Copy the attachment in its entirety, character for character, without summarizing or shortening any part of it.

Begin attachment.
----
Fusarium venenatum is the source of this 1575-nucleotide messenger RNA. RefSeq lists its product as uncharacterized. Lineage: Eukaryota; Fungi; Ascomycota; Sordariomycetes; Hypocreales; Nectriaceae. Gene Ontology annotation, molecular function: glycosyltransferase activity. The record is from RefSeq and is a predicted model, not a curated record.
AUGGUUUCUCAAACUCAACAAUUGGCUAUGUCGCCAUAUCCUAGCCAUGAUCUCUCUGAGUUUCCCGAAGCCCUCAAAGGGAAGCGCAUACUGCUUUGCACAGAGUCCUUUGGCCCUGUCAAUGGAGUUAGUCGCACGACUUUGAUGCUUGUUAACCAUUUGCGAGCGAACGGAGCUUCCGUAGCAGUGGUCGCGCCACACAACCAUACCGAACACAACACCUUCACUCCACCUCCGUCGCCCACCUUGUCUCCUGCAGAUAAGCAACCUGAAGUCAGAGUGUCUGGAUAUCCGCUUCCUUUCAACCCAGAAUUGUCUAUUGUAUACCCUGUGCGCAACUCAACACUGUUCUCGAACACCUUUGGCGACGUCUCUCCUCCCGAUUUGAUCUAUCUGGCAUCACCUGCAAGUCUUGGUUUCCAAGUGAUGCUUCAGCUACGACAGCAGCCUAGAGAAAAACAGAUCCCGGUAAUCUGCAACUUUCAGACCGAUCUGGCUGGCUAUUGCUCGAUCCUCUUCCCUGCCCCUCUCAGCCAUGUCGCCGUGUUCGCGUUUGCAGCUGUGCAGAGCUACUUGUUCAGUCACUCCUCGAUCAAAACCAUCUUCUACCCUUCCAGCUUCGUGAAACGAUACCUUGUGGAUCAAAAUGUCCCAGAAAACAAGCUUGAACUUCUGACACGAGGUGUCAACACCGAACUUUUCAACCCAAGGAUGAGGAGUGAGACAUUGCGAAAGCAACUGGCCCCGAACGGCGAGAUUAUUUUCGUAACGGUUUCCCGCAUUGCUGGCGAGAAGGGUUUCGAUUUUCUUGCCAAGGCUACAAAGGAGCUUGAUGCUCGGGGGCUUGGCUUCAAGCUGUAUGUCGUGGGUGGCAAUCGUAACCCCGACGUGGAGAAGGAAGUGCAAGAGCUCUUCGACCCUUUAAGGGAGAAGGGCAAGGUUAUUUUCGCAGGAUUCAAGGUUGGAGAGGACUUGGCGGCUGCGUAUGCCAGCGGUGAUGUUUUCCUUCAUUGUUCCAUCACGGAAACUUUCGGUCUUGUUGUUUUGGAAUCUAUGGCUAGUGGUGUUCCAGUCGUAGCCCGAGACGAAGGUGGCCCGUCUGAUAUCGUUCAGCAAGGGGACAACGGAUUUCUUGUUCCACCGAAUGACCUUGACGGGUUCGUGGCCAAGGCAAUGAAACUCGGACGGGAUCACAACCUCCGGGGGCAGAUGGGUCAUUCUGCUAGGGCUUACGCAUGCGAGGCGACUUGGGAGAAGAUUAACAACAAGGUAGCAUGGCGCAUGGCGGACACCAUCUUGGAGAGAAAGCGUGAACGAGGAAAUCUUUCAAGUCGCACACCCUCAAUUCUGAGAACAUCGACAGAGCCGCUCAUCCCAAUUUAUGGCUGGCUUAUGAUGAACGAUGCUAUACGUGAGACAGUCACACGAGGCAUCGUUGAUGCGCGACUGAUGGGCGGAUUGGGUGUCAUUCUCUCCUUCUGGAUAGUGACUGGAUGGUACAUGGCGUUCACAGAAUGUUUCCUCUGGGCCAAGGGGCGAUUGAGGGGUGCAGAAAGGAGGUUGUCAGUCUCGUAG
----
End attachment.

Fusarium venenatum is the source of this 1575-nucleotide messenger RNA. RefSeq lists its product as uncharacterized. Lineage: Eukaryota; Fungi; Ascomycota; Sordariomycetes; Hypocreales; Nectriaceae. Gene Ontology annotation, molecular function: glycosyltransferase activity. The record is from RefSeq and is a predicted model, not a curated record.
AUGGUUUCUCAAACUCAACAAUUGGCUAUGUCGCCAUAUCCUAGCCAUGAUCUCUCUGAGUUUCCCGAAGCCCUCAAAGGGAAGCGCAUACUGCUUUGCACAGAGUCCUUUGGCCCUGUCAAUGGAGUUAGUCGCACGACUUUGAUGCUUGUUAACCAUUUGCGAGCGAACGGAGCUUCCGUAGCAGUGGUCGCGCCACACAACCAUACCGAACACAACACCUUCACUCCACCUCCGUCGCCCACCUUGUCUCCUGCAGAUAAGCAACCUGAAGUCAGAGUGUCUGGAUAUCCGCUUCCUUUCAACCCAGAAUUGUCUAUUGUAUACCCUGUGCGCAACUCAACACUGUUCUCGAACACCUUUGGCGACGUCUCUCCUCCCGAUUUGAUCUAUCUGGCAUCACCUGCAAGUCUUGGUUUCCAAGUGAUGCUUCAGCUACGACAGCAGCCUAGAGAAAAACAGAUCCCGGUAAUCUGCAACUUUCAGACCGAUCUGGCUGGCUAUUGCUCGAUCCUCUUCCCUGCCCCUCUCAGCCAUGUCGCCGUGUUCGCGUUUGCAGCUGUGCAGAGCUACUUGUUCAGUCACUCCUCGAUCAAAACCAUCUUCUACCCUUCCAGCUUCGUGAAACGAUACCUUGUGGAUCAAAAUGUCCCAGAAAACAAGCUUGAACUUCUGACACGAGGUGUCAACACCGAACUUUUCAACCCAAGGAUGAGGAGUGAGACAUUGCGAAAGCAACUGGCCCCGAACGGCGAGAUUAUUUUCGUAACGGUUUCCCGCAUUGCUGGCGAGAAGGGUUUCGAUUUUCUUGCCAAGGCUACAAAGGAGCUUGAUGCUCGGGGGCUUGGCUUCAAGCUGUAUGUCGUGGGUGGCAAUCGUAACCCCGACGUGGAGAAGGAAGUGCAAGAGCUCUUCGACCCUUUAAGGGAGAAGGGCAAGGUUAUUUUCGCAGGAUUCAAGGUUGGAGAGGACUUGGCGGCUGCGUAUGCCAGCGGUGAUGUUUUCCUUCAUUGUUCCAUCACGGAAACUUUCGGUCUUGUUGUUUUGGAAUCUAUGGCUAGUGGUGUUCCAGUCGUAGCCCGAGACGAAGGUGGCCCGUCUGAUAUCGUUCAGCAAGGGGACAACGGAUUUCUUGUUCCACCGAAUGACCUUGACGGGUUCGUGGCCAAGGCAAUGAAACUCGGACGGGAUCACAACCUCCGGGGGCAGAUGGGUCAUUCUGCUAGGGCUUACGCAUGCGAGGCGACUUGGGAGAAGAUUAACAACAAGGUAGCAUGGCGCAUGGCGGACACCAUCUUGGAGAGAAAGCGUGAACGAGGAAAUCUUUCAAGUCGCACACCCUCAAUUCUGAGAACAUCGACAGAGCCGCUCAUCCCAAUUUAUGGCUGGCUUAUGAUGAACGAUGCUAUACGUGAGACAGUCACACGAGGCAUCGUUGAUGCGCGACUGAUGGGCGGAUUGGGUGUCAUUCUCUCCUUCUGGAUAGUGACUGGAUGGUACAUGGCGUUCACAGAAUGUUUCCUCUGGGCCAAGGGGCGAUUGAGGGGUGCAGAAAGGAGGUUGUCAGUCUCGUAG